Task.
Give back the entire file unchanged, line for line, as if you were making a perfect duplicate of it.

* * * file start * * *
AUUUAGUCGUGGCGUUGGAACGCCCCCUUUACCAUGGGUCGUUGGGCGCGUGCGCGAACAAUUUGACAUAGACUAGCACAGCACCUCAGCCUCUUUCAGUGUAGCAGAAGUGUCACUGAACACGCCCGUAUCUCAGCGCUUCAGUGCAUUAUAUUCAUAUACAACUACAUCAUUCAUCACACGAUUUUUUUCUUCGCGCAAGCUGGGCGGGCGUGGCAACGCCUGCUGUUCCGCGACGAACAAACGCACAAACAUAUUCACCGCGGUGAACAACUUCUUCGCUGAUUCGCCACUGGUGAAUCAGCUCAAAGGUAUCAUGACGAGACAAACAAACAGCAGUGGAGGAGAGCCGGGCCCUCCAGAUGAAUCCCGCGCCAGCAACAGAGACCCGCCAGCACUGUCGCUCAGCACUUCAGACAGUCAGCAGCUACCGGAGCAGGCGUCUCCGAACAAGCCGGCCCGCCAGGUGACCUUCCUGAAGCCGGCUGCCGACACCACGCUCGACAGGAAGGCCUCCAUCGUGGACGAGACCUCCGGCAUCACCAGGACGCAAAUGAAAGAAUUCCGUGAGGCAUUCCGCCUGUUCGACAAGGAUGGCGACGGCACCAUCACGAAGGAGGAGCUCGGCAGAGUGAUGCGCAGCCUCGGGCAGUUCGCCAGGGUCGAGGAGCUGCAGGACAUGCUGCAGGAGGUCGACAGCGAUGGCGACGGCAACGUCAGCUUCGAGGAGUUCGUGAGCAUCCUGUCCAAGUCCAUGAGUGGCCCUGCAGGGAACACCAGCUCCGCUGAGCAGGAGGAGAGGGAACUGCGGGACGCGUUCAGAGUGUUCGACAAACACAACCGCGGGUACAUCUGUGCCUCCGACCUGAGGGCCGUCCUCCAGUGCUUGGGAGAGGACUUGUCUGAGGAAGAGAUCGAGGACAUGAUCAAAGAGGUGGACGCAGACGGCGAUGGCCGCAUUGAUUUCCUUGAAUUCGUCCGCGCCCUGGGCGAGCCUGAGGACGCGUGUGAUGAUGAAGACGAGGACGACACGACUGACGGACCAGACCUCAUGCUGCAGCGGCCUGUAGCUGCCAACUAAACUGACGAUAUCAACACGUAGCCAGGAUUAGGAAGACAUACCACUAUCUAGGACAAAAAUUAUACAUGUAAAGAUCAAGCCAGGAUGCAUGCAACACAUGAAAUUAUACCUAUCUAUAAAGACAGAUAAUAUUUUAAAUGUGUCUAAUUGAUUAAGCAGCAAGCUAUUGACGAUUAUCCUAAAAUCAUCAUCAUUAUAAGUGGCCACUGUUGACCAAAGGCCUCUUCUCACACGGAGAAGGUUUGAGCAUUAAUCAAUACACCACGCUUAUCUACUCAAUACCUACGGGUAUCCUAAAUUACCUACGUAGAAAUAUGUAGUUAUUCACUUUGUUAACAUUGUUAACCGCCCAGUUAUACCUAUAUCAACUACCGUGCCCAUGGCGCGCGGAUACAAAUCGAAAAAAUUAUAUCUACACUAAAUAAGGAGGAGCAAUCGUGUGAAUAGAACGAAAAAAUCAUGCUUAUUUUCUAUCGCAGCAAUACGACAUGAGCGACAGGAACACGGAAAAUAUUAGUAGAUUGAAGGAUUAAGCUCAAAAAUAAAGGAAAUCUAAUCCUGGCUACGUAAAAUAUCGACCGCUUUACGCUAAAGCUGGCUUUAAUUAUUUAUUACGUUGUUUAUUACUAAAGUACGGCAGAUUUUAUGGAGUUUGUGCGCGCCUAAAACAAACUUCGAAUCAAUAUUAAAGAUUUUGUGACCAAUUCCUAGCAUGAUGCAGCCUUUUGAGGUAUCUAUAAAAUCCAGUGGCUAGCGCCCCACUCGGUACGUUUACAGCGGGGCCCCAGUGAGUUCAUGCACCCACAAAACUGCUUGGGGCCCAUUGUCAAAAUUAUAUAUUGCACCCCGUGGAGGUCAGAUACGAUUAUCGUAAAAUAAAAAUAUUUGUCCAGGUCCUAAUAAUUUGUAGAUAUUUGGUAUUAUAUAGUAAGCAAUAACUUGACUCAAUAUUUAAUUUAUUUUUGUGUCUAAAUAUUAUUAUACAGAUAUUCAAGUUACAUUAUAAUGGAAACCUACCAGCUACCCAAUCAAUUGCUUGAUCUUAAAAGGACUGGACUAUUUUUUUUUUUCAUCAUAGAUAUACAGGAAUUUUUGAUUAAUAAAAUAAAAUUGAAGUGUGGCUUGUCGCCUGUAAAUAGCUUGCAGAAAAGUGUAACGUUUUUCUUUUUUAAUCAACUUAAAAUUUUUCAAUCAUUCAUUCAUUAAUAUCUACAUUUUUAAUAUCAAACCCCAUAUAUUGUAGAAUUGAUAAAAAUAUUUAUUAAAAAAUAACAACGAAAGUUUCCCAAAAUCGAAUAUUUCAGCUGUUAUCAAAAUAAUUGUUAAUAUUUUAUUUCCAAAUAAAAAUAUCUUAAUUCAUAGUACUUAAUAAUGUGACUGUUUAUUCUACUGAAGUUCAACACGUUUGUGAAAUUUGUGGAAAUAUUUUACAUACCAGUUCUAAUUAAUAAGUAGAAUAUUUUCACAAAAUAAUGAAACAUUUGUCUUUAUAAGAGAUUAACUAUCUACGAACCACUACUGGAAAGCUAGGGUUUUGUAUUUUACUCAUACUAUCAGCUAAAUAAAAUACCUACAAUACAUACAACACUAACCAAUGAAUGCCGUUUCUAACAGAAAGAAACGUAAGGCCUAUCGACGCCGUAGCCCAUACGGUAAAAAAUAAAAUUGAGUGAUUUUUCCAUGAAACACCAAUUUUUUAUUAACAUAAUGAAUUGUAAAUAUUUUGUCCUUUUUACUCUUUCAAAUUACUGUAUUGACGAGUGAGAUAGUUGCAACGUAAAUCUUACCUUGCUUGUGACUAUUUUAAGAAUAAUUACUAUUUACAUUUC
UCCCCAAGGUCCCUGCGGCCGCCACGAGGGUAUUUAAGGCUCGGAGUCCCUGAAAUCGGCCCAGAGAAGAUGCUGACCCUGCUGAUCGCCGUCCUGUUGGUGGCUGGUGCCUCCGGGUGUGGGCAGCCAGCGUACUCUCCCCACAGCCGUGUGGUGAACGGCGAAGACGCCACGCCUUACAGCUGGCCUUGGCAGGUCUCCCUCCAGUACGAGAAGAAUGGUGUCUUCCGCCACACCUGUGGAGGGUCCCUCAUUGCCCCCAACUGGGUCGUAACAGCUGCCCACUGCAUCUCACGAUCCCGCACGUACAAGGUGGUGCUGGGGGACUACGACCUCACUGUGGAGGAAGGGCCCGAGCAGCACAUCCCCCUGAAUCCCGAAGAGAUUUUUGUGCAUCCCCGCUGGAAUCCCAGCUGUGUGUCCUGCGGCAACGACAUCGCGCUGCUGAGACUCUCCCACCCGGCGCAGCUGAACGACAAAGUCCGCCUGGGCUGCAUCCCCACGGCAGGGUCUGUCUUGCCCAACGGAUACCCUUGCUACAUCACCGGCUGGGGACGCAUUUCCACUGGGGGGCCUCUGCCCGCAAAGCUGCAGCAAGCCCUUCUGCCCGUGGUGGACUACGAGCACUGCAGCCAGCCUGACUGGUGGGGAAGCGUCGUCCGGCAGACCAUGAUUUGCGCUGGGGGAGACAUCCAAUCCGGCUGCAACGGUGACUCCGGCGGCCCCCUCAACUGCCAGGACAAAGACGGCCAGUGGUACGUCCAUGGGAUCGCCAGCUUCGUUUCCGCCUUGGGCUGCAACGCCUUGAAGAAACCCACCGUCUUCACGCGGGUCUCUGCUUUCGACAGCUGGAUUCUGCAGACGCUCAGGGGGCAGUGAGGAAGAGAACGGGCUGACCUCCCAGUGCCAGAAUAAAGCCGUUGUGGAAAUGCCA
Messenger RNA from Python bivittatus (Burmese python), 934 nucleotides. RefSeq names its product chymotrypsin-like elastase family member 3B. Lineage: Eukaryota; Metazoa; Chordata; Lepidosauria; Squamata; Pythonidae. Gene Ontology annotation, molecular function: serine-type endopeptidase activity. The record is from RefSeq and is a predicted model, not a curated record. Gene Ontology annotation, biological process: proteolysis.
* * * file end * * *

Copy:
AUUUAGUCGUGGCGUUGGAACGCCCCCUUUACCAUGGGUCGUUGGGCGCGUGCGCGAACAAUUUGACAUAGACUAGCACAGCACCUCAGCCUCUUUCAGUGUAGCAGAAGUGUCACUGAACACGCCCGUAUCUCAGCGCUUCAGUGCAUUAUAUUCAUAUACAACUACAUCAUUCAUCACACGAUUUUUUUCUUCGCGCAAGCUGGGCGGGCGUGGCAACGCCUGCUGUUCCGCGACGAACAAACGCACAAACAUAUUCACCGCGGUGAACAACUUCUUCGCUGAUUCGCCACUGGUGAAUCAGCUCAAAGGUAUCAUGACGAGACAAACAAACAGCAGUGGAGGAGAGCCGGGCCCUCCAGAUGAAUCCCGCGCCAGCAACAGAGACCCGCCAGCACUGUCGCUCAGCACUUCAGACAGUCAGCAGCUACCGGAGCAGGCGUCUCCGAACAAGCCGGCCCGCCAGGUGACCUUCCUGAAGCCGGCUGCCGACACCACGCUCGACAGGAAGGCCUCCAUCGUGGACGAGACCUCCGGCAUCACCAGGACGCAAAUGAAAGAAUUCCGUGAGGCAUUCCGCCUGUUCGACAAGGAUGGCGACGGCACCAUCACGAAGGAGGAGCUCGGCAGAGUGAUGCGCAGCCUCGGGCAGUUCGCCAGGGUCGAGGAGCUGCAGGACAUGCUGCAGGAGGUCGACAGCGAUGGCGACGGCAACGUCAGCUUCGAGGAGUUCGUGAGCAUCCUGUCCAAGUCCAUGAGUGGCCCUGCAGGGAACACCAGCUCCGCUGAGCAGGAGGAGAGGGAACUGCGGGACGCGUUCAGAGUGUUCGACAAACACAACCGCGGGUACAUCUGUGCCUCCGACCUGAGGGCCGUCCUCCAGUGCUUGGGAGAGGACUUGUCUGAGGAAGAGAUCGAGGACAUGAUCAAAGAGGUGGACGCAGACGGCGAUGGCCGCAUUGAUUUCCUUGAAUUCGUCCGCGCCCUGGGCGAGCCUGAGGACGCGUGUGAUGAUGAAGACGAGGACGACACGACUGACGGACCAGACCUCAUGCUGCAGCGGCCUGUAGCUGCCAACUAAACUGACGAUAUCAACACGUAGCCAGGAUUAGGAAGACAUACCACUAUCUAGGACAAAAAUUAUACAUGUAAAGAUCAAGCCAGGAUGCAUGCAACACAUGAAAUUAUACCUAUCUAUAAAGACAGAUAAUAUUUUAAAUGUGUCUAAUUGAUUAAGCAGCAAGCUAUUGACGAUUAUCCUAAAAUCAUCAUCAUUAUAAGUGGCCACUGUUGACCAAAGGCCUCUUCUCACACGGAGAAGGUUUGAGCAUUAAUCAAUACACCACGCUUAUCUACUCAAUACCUACGGGUAUCCUAAAUUACCUACGUAGAAAUAUGUAGUUAUUCACUUUGUUAACAUUGUUAACCGCCCAGUUAUACCUAUAUCAACUACCGUGCCCAUGGCGCGCGGAUACAAAUCGAAAAAAUUAUAUCUACACUAAAUAAGGAGGAGCAAUCGUGUGAAUAGAACGAAAAAAUCAUGCUUAUUUUCUAUCGCAGCAAUACGACAUGAGCGACAGGAACACGGAAAAUAUUAGUAGAUUGAAGGAUUAAGCUCAAAAAUAAAGGAAAUCUAAUCCUGGCUACGUAAAAUAUCGACCGCUUUACGCUAAAGCUGGCUUUAAUUAUUUAUUACGUUGUUUAUUACUAAAGUACGGCAGAUUUUAUGGAGUUUGUGCGCGCCUAAAACAAACUUCGAAUCAAUAUUAAAGAUUUUGUGACCAAUUCCUAGCAUGAUGCAGCCUUUUGAGGUAUCUAUAAAAUCCAGUGGCUAGCGCCCCACUCGGUACGUUUACAGCGGGGCCCCAGUGAGUUCAUGCACCCACAAAACUGCUUGGGGCCCAUUGUCAAAAUUAUAUAUUGCACCCCGUGGAGGUCAGAUACGAUUAUCGUAAAAUAAAAAUAUUUGUCCAGGUCCUAAUAAUUUGUAGAUAUUUGGUAUUAUAUAGUAAGCAAUAACUUGACUCAAUAUUUAAUUUAUUUUUGUGUCUAAAUAUUAUUAUACAGAUAUUCAAGUUACAUUAUAAUGGAAACCUACCAGCUACCCAAUCAAUUGCUUGAUCUUAAAAGGACUGGACUAUUUUUUUUUUUCAUCAUAGAUAUACAGGAAUUUUUGAUUAAUAAAAUAAAAUUGAAGUGUGGCUUGUCGCCUGUAAAUAGCUUGCAGAAAAGUGUAACGUUUUUCUUUUUUAAUCAACUUAAAAUUUUUCAAUCAUUCAUUCAUUAAUAUCUACAUUUUUAAUAUCAAACCCCAUAUAUUGUAGAAUUGAUAAAAAUAUUUAUUAAAAAAUAACAACGAAAGUUUCCCAAAAUCGAAUAUUUCAGCUGUUAUCAAAAUAAUUGUUAAUAUUUUAUUUCCAAAUAAAAAUAUCUUAAUUCAUAGUACUUAAUAAUGUGACUGUUUAUUCUACUGAAGUUCAACACGUUUGUGAAAUUUGUGGAAAUAUUUUACAUACCAGUUCUAAUUAAUAAGUAGAAUAUUUUCACAAAAUAAUGAAACAUUUGUCUUUAUAAGAGAUUAACUAUCUACGAACCACUACUGGAAAGCUAGGGUUUUGUAUUUUACUCAUACUAUCAGCUAAAUAAAAUACCUACAAUACAUACAACACUAACCAAUGAAUGCCGUUUCUAACAGAAAGAAACGUAAGGCCUAUCGACGCCGUAGCCCAUACGGUAAAAAAUAAAAUUGAGUGAUUUUUCCAUGAAACACCAAUUUUUUAUUAACAUAAUGAAUUGUAAAUAUUUUGUCCUUUUUACUCUUUCAAAUUACUGUAUUGACGAGUGAGAUAGUUGCAACGUAAAUCUUACCUUGCUUGUGACUAUUUUAAGAAUAAUUACUAUUUACAUUUC
UCCCCAAGGUCCCUGCGGCCGCCACGAGGGUAUUUAAGGCUCGGAGUCCCUGAAAUCGGCCCAGAGAAGAUGCUGACCCUGCUGAUCGCCGUCCUGUUGGUGGCUGGUGCCUCCGGGUGUGGGCAGCCAGCGUACUCUCCCCACAGCCGUGUGGUGAACGGCGAAGACGCCACGCCUUACAGCUGGCCUUGGCAGGUCUCCCUCCAGUACGAGAAGAAUGGUGUCUUCCGCCACACCUGUGGAGGGUCCCUCAUUGCCCCCAACUGGGUCGUAACAGCUGCCCACUGCAUCUCACGAUCCCGCACGUACAAGGUGGUGCUGGGGGACUACGACCUCACUGUGGAGGAAGGGCCCGAGCAGCACAUCCCCCUGAAUCCCGAAGAGAUUUUUGUGCAUCCCCGCUGGAAUCCCAGCUGUGUGUCCUGCGGCAACGACAUCGCGCUGCUGAGACUCUCCCACCCGGCGCAGCUGAACGACAAAGUCCGCCUGGGCUGCAUCCCCACGGCAGGGUCUGUCUUGCCCAACGGAUACCCUUGCUACAUCACCGGCUGGGGACGCAUUUCCACUGGGGGGCCUCUGCCCGCAAAGCUGCAGCAAGCCCUUCUGCCCGUGGUGGACUACGAGCACUGCAGCCAGCCUGACUGGUGGGGAAGCGUCGUCCGGCAGACCAUGAUUUGCGCUGGGGGAGACAUCCAAUCCGGCUGCAACGGUGACUCCGGCGGCCCCCUCAACUGCCAGGACAAAGACGGCCAGUGGUACGUCCAUGGGAUCGCCAGCUUCGUUUCCGCCUUGGGCUGCAACGCCUUGAAGAAACCCACCGUCUUCACGCGGGUCUCUGCUUUCGACAGCUGGAUUCUGCAGACGCUCAGGGGGCAGUGAGGAAGAGAACGGGCUGACCUCCCAGUGCCAGAAUAAAGCCGUUGUGGAAAUGCCA
Messenger RNA from Python bivittatus (Burmese python), 934 nucleotides. RefSeq names its product chymotrypsin-like elastase family member 3B. Lineage: Eukaryota; Metazoa; Chordata; Lepidosauria; Squamata; Pythonidae. Gene Ontology annotation, molecular function: serine-type endopeptidase activity. The record is from RefSeq and is a predicted model, not a curated record. Gene Ontology annotation, biological process: proteolysis.